The manner of the death of James has been already indicated by the abovementioned words of Clement, who records that he was thrown from the pinnacle of the temple and was beaten to death with a club. But Hegesippus, who lived immediately after the apostles, gives the most accurate account in the fifth book of his memoirs. He writes as follows:

Διαδεχεται δε την εκκλησιαν μετα των αποστολων, ο αδελφος του κυριου Ιακωβος, ο ονομασθεις υπο παντων δικαιος απο των του κυριου χρονων μεχρι και ημων. επει πολλοι Ιακωβοι εκαλουντο, ουτος δε εκ κοιλιας μητρος αυτου αγιος ην.

James, the brother of the Lord, succeeded to the government of the church in conjunction with the apostles. He has been called the just by all from the times of the Lord to the present day, for there were many that bore the name of James. He was holy from the womb of his mother.

Οινον και σικερα ουκ επιεν, ουδε εμψυχον εφαγε ξυρον επι την κεφαλην αυτου· ουκ ανεβη ελαιον ουκ ηλειψατο, και βαλανειω ουκ εχρησατο.

He drank no wine nor strong drink, nor did he eat flesh. No razor came upon his head; he did not anoint himself with oil, and he did not use the bath.

Τουτω μονω εξην εις τα αγια εισιεναι. ουδε γαρ ερεουν εφορει, αλλα σινδονας. και μονος εισηρχετο εις τον ναον ηυρισκετο τε κειμενος επι τοις γονασι, και αιτουμενος υπερ του λαου αφεσιν ως απεσκληκεναι τα γονατα αυτου δικην καμηλου, δια το αει καμπτειν επι γονυ προσκυνουντα τω θεω, και αιτεισθαι αφεσιν τω λαω.

He alone was permitted to enter into the holy place; for he wore not woolen but linen garments. And he was in the habit of entering alone into the temple, and he was frequently found upon his knees begging forgiveness for the people, so that his knees became hard like those of a camel in consequence of his constantly bending them in his worship of God and asking forgiveness for the people.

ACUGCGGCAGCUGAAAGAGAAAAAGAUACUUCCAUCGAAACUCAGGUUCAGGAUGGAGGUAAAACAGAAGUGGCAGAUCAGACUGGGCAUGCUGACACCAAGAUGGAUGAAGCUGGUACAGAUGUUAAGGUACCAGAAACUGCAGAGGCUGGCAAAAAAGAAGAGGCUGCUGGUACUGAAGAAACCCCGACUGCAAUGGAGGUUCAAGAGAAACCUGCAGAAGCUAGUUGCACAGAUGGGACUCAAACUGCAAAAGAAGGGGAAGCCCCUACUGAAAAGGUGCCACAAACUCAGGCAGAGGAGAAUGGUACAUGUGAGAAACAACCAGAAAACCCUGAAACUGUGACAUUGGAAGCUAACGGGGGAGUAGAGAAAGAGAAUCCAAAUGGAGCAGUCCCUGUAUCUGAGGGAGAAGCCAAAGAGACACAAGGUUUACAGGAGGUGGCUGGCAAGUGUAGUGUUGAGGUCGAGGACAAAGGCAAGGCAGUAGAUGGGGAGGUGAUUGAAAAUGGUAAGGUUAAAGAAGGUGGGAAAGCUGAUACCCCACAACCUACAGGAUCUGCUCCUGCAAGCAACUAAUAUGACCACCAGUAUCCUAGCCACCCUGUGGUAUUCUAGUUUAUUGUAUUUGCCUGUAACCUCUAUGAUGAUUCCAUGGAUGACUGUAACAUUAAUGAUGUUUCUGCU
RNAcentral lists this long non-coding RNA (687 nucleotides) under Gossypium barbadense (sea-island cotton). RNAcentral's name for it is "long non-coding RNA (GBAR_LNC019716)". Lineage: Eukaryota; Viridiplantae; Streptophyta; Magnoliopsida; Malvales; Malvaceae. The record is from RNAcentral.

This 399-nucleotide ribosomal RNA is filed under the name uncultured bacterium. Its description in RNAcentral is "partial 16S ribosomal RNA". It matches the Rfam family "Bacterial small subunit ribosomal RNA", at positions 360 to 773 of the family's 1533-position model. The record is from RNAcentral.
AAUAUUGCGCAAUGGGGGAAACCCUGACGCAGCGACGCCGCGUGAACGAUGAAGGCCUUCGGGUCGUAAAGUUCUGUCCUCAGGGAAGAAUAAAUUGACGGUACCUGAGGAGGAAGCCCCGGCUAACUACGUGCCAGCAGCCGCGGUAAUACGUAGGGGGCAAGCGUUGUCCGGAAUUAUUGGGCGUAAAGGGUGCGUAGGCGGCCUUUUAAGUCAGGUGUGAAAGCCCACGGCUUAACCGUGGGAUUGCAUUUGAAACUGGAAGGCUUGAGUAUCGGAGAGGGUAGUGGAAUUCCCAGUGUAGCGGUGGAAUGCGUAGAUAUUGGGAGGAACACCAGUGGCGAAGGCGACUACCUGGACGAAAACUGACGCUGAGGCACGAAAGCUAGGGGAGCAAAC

Δια γε τοι την υπερβολην της δικαιοσυνης αυτου, εκαλειτο δικαιος και ωβλιας, ο εστιν Ελληνιστι περιοχη του λαου και δικαιοσυνη, ως οι προφηται δηλουσι περι αυτου.

Because of his exceeding great justice he was called the just, and oblias, which in Greek signifies a bulwark of the people, and justice, in accordance with what the prophets declare concerning him.

Τινες ουν των επτα αιρεσεων των εν τω λαω, των προγεγραμμενων μοι εν τοις υπομνημασιν, επυνθανοντο αυτου τις η θυρα του Ιησου, και ελεγε τουτον ειναι τον σωτηρα.

Now some of the seven sects, which existed among the people and which have been mentioned by me in the memoirs, asked him: What is the gate of Jesus? And he replied that it was the savior.

Εξ ων τινες επιστευσαν, οτι Ιησους εστιν ο Χριστος. αι δε αιρεσεις αι προειρημεναι, ουκ επιστευον ουτε αναστασιν, ουτε ερχομενον αποδουναι εκαστω κατα τα εργα αυτου. οσοι δε και επιστευσαν, δια Ιακωβον.